Now if only the UK government would get rid of some of the many utterly pointless government departments, say for starters the Department of Trade and Industry and the truly preposterous Department of Culture, Media and Sport), we could spend more on the military and still reduce the level of taxation. Well, one can wish…

Col. Jeff Cooper, RIP

Jeff Cooper, the man many people will associate with the modern art of guncraft in the United States, has died at the venerable age of 86. Anyone who has learned to shoot a handgun, rifle or shotgun to a high standard is likely, certainly in the United States, to have heard about this man, about the disciplines and standards he laid down. A few years ago I spent four gruelling but extremely enjoyable days at the Front Sight course in Nevada and there is no doubt that such places of learning took much of their inspiration from people like Jeff Cooper. A fine man, and a life well led.

Ken Blackwell’s bid to become Governor of Ohio

In response of Dale Amon’s posts (Why I am voting for Republicans this year), I made the comment that if the Republican candidate for Governor was another Taft family person (or a friend of these statists – however good Robert Taft may have been before his death in 1953) then it would be better to vote Libertarian for Governor (even though it would let the tax-and-spend Democrats in) – in order to send the tax-and-spend Ohio Republican party a message.

I had not even bothered to check to see who the Republican candidate for Governor of Ohio was (in spite of being from Kettering England – the ‘sister city’ of Kettering Ohio).

The candidate is Ken Blackwell – an African American who has been a harsh critic, for many years, of the tax and spend policies that have turned Ohio into the third highest taxed State in the nation. Mr Blackwell favours tax reduction and strict control of government spending.

I would like to apologize for my ignorance.

Meet the Spratt family

Last month, it was this:

A report published by the government predicts more than 12m adults and one million children will be obese by 2010 if nothing is done.

And this month, there is this:

Culture Secretary Tessa Jowell has called for “stick-thin” models to be banned from the catwalks during London Fashion Week…

Ms Jowell said “stick-thin” models pressurised girls to starve themselves.

Damn these wretched sheep! Can they not get anything right? One minute, they are stuffing their ovine faces with calories and the next minute they are starving themselves. Have they no pity for the suffering of the Nagging Classes?

That the BBC can earnestly report, almost simultaneously, two flagrantly contradictory agenda-driven hysterias is symptomatic of the fact that we have too many paid worriers with too little to worry about.

I am sure that ours is not the first civilisation to undergo spasms of a sociological St. Vitus’ Dance nor will it be the last. But have there ever been so many popular hobgoblins surrounding the subject of food and eating? Could it have something to do with the fact that ours is possibly the first (or maybe second) generation that is more than one rainy season away from famine? Is it all just a part of the struggle to find a cultural narrative within which to fit this apparently easy abundance?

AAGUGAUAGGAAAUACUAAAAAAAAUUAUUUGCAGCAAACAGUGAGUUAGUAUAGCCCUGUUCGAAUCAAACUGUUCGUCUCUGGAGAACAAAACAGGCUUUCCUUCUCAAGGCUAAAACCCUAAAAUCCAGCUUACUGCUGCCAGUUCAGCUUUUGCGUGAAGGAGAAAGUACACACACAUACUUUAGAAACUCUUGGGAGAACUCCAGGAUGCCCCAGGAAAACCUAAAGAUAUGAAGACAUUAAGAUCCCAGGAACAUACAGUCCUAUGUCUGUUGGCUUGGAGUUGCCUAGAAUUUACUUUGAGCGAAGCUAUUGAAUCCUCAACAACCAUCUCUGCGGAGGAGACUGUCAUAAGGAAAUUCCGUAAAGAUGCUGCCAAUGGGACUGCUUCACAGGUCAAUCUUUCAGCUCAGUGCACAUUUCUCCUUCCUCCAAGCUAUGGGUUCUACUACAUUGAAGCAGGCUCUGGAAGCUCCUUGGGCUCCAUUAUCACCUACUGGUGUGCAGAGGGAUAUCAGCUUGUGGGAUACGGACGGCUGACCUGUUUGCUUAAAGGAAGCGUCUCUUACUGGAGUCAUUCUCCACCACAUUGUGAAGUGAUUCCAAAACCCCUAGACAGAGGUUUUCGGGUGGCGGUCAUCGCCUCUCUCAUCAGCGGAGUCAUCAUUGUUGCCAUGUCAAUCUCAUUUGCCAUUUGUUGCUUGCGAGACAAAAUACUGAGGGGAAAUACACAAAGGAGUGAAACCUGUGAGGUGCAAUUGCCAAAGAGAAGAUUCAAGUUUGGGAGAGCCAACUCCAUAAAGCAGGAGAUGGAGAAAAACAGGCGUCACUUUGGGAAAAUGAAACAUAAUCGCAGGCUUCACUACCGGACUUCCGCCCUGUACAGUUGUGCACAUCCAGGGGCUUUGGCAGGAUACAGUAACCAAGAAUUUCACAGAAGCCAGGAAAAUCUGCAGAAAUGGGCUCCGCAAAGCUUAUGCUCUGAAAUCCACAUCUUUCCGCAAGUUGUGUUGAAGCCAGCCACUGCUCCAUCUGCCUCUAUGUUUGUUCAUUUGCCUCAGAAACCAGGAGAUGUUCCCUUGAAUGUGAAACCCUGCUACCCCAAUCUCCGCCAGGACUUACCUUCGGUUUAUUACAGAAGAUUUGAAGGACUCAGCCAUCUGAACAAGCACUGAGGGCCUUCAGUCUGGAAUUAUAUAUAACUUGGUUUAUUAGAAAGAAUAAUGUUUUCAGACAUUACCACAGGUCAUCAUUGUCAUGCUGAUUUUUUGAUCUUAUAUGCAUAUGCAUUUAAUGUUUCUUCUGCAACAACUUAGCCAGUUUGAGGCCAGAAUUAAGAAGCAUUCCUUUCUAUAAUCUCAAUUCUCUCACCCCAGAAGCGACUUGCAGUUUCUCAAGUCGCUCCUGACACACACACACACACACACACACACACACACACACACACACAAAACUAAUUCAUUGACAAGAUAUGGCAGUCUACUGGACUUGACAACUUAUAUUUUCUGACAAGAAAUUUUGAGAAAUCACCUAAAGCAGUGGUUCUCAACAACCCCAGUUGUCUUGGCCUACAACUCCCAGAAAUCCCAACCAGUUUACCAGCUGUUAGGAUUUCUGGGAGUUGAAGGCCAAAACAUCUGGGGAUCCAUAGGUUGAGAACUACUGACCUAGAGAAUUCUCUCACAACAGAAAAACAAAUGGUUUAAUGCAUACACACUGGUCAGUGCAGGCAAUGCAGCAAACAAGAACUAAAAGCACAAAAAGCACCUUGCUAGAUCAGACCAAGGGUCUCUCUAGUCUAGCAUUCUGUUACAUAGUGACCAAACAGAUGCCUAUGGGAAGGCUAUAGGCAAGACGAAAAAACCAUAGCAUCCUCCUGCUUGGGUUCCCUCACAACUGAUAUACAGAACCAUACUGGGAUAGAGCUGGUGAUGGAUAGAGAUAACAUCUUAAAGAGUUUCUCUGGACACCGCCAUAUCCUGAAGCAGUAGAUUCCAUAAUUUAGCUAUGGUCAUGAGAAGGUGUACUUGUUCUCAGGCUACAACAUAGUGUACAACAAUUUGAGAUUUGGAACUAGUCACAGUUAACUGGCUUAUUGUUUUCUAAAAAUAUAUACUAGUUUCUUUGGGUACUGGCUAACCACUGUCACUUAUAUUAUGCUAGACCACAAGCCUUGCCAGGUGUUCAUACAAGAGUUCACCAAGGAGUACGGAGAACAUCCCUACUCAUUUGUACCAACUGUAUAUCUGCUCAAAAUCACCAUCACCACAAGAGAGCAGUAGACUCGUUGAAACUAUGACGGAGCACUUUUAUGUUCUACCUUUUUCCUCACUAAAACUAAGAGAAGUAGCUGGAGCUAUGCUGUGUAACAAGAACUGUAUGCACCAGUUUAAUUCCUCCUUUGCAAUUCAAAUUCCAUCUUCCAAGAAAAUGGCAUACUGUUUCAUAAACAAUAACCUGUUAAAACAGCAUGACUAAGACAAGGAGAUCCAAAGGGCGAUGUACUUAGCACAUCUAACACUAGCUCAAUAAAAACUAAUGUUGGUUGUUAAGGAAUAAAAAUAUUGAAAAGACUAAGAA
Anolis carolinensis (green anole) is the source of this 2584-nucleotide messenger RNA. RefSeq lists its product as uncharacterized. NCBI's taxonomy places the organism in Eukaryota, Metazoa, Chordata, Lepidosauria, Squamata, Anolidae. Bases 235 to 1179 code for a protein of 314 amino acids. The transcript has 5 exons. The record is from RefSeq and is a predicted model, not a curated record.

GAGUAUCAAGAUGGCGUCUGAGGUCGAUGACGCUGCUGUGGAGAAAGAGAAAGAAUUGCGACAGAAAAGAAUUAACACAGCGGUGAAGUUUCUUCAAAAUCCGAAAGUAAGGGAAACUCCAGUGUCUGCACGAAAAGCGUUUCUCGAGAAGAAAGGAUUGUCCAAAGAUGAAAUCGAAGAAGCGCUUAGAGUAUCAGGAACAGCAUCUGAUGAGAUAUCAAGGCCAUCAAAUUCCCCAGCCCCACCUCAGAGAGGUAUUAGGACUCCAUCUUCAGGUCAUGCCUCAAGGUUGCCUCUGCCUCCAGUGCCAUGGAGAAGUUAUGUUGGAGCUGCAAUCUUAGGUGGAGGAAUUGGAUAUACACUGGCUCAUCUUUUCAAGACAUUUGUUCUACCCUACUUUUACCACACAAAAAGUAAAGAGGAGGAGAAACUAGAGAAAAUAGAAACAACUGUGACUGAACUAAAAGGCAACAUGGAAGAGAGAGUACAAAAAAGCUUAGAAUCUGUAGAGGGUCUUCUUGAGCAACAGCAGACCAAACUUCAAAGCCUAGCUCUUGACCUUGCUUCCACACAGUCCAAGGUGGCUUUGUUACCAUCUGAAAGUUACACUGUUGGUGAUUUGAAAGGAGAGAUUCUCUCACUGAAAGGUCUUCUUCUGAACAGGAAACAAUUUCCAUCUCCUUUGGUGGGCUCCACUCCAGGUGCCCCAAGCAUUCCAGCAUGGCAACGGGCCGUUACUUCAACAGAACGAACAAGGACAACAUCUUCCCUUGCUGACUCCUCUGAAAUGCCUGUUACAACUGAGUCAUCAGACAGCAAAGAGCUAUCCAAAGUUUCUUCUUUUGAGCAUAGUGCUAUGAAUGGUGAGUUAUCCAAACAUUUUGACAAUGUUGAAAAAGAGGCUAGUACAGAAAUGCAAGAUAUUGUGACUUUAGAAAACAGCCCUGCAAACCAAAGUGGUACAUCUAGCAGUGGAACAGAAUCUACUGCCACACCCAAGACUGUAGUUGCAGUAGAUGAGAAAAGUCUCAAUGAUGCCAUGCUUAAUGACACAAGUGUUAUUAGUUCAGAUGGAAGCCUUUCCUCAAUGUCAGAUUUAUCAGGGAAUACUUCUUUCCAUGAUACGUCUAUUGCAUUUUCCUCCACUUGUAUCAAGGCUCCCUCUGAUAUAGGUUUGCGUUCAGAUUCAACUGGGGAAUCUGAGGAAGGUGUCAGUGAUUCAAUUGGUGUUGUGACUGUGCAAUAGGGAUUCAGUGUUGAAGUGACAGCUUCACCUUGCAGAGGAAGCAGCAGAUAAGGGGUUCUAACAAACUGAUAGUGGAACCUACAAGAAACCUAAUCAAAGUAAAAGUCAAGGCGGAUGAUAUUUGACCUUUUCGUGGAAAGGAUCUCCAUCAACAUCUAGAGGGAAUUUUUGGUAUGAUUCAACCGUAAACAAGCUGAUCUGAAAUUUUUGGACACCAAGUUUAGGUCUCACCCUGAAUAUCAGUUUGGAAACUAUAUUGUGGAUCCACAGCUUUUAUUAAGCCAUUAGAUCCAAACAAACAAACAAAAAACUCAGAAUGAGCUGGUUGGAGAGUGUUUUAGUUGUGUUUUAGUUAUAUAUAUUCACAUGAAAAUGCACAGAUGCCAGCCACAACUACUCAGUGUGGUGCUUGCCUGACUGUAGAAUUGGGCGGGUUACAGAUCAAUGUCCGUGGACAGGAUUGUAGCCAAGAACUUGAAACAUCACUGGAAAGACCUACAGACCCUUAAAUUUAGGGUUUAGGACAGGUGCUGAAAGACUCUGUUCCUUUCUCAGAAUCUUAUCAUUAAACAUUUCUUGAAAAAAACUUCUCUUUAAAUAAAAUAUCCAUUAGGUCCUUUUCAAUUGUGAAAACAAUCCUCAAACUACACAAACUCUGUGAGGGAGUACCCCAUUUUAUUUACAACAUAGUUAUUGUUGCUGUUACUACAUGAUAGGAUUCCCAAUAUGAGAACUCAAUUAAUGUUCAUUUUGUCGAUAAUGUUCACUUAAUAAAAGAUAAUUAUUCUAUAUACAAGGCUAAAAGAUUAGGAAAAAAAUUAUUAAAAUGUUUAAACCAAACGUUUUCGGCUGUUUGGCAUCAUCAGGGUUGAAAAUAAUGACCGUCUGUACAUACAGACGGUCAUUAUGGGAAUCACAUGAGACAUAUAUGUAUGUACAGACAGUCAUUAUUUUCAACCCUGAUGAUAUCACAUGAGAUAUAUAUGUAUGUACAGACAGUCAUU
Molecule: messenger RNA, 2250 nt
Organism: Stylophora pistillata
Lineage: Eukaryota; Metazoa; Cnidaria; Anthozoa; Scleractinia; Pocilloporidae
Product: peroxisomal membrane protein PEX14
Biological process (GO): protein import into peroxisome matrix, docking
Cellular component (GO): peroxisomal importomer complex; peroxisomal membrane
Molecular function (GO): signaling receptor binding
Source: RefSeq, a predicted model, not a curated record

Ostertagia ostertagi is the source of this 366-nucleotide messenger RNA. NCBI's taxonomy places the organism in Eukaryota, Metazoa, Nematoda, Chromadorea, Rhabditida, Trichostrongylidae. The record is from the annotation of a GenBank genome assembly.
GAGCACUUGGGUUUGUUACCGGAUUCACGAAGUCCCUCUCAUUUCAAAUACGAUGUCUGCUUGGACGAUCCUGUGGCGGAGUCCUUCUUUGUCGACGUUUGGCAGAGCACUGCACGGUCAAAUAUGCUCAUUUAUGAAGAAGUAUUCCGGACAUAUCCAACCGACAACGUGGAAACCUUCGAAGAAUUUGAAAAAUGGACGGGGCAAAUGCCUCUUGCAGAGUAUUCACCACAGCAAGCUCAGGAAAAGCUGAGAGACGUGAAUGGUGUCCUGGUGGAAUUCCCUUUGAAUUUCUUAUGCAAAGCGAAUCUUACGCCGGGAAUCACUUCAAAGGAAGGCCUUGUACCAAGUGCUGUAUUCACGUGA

Who can say? But the sheep will graze on regardless.

Punctuation provides plinth for pointless political posturing

I have noticed that many writers, professional or otherwise, do not capitalise the word ‘Nazi’ in their work. I am aware that ‘Nazi’ was originally an acronym, however I believe its ubiquitous use in preference to ‘National Socialist’ has transformed ‘Nazi’ into a discrete word in the modern vernacular. According to the rules of punctuation, it should be capitalised. In fact, it should be capitalised regardless of whether it’s an acronym or not – ‘Nazi’ is a proper noun. So why is it that many writers fail to heed this rather simple rule? Is there some convention that stipulates an exception in the case of the word ‘Nazi’, because of its association with the terrible crimes of Hitler and his followers? Or is it an affectation of a group of writers, striving to express disgust at Nazism in every conceivable manner, withdrawing from it even the privilege of an introductory capital letter? Either/or, it strikes me as rather odd that people would ignore the rules of written English as part of an effort to display their disdain for an ideology. Do they see it as a linguistic equivalent of denying someone the Last Rites? How silly. What’s wrong with conveying disapproval in the manner most writers find useful; by, er, writing something disapproving?

Radley Balko, take a deep bow

Great respect is due to Cato’s Radley Balko, who has tirelessly campaigned against the the ‘no-knock’ search and entry powers employed by law enforcement agencies in the United States. I was surfing around the blogs and came across this story a few days after it broke. This is a glimmer, a start in what hopefully may be a change in the law. Radley’s work on the Cory Maye case is a bit of a result for blogs, too. This is a US issue, but as we know with stuff like eminent domain, it is always worth we Brits watching developments like this for signs of similar trends closer to home.

Jim Henley has related thoughts on the issue.